The Thesaurus is Your Enemy

By |February 13th, 2012|About Writing|

Any word you have to hunt for in a thesaurus is the wrong word. There are no exceptions to this rule. [Stephen King]

The thesaurus is a ferocious enemy of the novice writer. The adverb has long held the nemesis position, but I offer the thesaurus as a worthy contender.

Unfortunately, I’ve noticed that novice writers who choose to invest their creativity on a thesaurus are often defensive about it.

Below is an excerpt of a YA manuscript that I recently edited for a beginning writer:

Samuel’s nine-year-old body moved as fast as it could as he took off running down the block. It was a game of chase, and Maria was behind him. She ran with great precipitateness.

There’s more than one problem with the above excerpt, but since we’re focusing on the evil thesaurus, I’ll only pull out the most obvious peeve buried in these thirty-three words: the word precipitateness.

I saw “precipitateness” and suddenly I was no longer running with Samuel as far as his nine-year-old body could take him. Instead I’m going: Huh?

Yes, I know that precipitateness is a word. I even know what it means. But why is it sitting in this paragraph? A word as clunky and awkward as this should be living inside a medical journal or the Oxford English Dictionary, not in Samuel’s game of chase with Maria, unless they’re chasing bad writing technique.

I marked the word and explained why it didn’t work. In true defensive fashion, the writer mounted her defense—one that I’ve heard before when writers defend high-dollar words in otherwise casual prose. She said that I wasn’t giving young readers enough credit.

Blasphemy!

The trouble is she wasn’t giving herself enough credit. But it can be near impossible to explain such things when you’re battling against the comfortable weight of the thesaurus.

I have trouble understanding what writers don’t understand about the value of using the right words—and by “right words” I don’t mean words that a typical American adult would flunk on a spelling test. I’m talking about the real right words.

In my quest for understanding, I’ve broken down the various arguments I’ve heard from novice writers who are determined to keep a thesaurus within arm’s reach. I’ve offered logical counterarguments. At least I hope I have.

  • I don’t want to keep using the same word. This is the most common defense against poorly used dialogue tags. Writers get tired of saying ‘he said’ and ‘she said,’ so they cleverly insert substitutions, like ‘he howled,’ ‘she screamed,’ ‘he growled’ or ‘she whispered.’ Here’s the problem: They aren’t clever. They are the opposite of clever. If you’re writing good dialogue scenes, you won’t need clarifiers like “howled” or “screamed” and if you do, then you aren’t writing good dialogue scenes.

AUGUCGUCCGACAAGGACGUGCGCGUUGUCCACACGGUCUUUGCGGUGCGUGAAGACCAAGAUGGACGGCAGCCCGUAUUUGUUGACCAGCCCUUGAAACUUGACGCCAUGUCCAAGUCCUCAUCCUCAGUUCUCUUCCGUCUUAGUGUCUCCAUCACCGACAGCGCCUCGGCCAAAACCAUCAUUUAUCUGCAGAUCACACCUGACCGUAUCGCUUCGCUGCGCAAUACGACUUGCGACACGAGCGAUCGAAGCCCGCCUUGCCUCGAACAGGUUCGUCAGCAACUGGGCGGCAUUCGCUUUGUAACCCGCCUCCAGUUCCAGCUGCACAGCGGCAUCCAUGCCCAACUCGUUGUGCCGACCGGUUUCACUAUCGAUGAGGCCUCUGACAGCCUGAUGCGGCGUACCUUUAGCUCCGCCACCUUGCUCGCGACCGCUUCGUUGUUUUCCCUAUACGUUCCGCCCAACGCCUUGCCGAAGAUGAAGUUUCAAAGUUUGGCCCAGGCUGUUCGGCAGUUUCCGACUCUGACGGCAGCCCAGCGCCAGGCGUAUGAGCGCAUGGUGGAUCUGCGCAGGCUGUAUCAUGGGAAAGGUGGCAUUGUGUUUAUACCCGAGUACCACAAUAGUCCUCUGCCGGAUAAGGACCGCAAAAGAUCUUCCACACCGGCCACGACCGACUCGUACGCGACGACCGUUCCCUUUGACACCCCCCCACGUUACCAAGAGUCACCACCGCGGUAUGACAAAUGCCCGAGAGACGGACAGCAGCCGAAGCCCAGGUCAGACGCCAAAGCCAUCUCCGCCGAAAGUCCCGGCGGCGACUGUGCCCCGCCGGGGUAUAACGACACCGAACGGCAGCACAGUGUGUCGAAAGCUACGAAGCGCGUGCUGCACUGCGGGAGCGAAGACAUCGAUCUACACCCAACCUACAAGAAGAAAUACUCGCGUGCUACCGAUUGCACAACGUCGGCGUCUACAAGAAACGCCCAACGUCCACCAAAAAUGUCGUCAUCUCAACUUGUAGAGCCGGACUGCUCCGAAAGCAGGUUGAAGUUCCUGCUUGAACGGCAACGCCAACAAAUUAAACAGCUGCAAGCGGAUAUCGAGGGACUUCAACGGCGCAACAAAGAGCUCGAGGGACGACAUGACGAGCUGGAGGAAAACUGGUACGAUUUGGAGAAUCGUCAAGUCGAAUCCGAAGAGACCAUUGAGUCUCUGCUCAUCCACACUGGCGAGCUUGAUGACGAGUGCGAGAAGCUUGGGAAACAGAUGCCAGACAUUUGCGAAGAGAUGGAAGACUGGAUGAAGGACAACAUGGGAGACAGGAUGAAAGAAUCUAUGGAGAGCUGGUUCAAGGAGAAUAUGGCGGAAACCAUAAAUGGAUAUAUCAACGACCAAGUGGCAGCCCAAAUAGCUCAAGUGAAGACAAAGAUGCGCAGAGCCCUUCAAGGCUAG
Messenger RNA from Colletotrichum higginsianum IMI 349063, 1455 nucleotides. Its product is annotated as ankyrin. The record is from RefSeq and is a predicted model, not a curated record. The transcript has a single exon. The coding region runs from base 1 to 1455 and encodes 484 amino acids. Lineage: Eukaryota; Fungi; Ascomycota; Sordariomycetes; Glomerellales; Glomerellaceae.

• I want the writing to stand out. Writing doesn’t stand out because of the individual words you use. It stands out because of how you use them.
  • I don’t want the writing to be simple. Unfortunately when you substitute simple words with complicated ones, you come off as simple. It’s ironic, I know. But it’s true. Imagine you’re having dinner with someone you just met. Instead of saying “I love this restaurant. I hear it has the best food in town. I suggest the fish,” the person says, “I have great adulation for this establishment. I’ve apprehended information that it has preeminent comestibles. I adduce lepoisson.” What are you going to think? If you’re anything like me and most other people, you’re going to think two things: 1) Why is this person talking like that? 2) What’re they trying to prove? The answer to the first question is that they have taken the easy road rather than the creative one and all that has been proved is that they don’t trust themselves enough to have a compelling conversation without relying on fancy words.
  • I read Great Expectations or [insert laborious novel here] and it had big words that I didn’t understand. Don’t compare your work to other writers, especially if they are widely considered to be one of the greatest novelists in literary history. Just because James Joyce wrote a 265,000-word novel doesn’t mean that your WIP is the next Ulysses. You can’t break the rules unless you know what the rules are.

I wonder how much creativity would come from the minds of writers if they didn’t rely on crutches. We all have them. Thankfully mine isn’t a thesaurus. I learned long ago that more often than not, a dollar-fifty word is worth less than a penny.

_________________________________________________

This was reprinted from Flash Fiction Chronicles.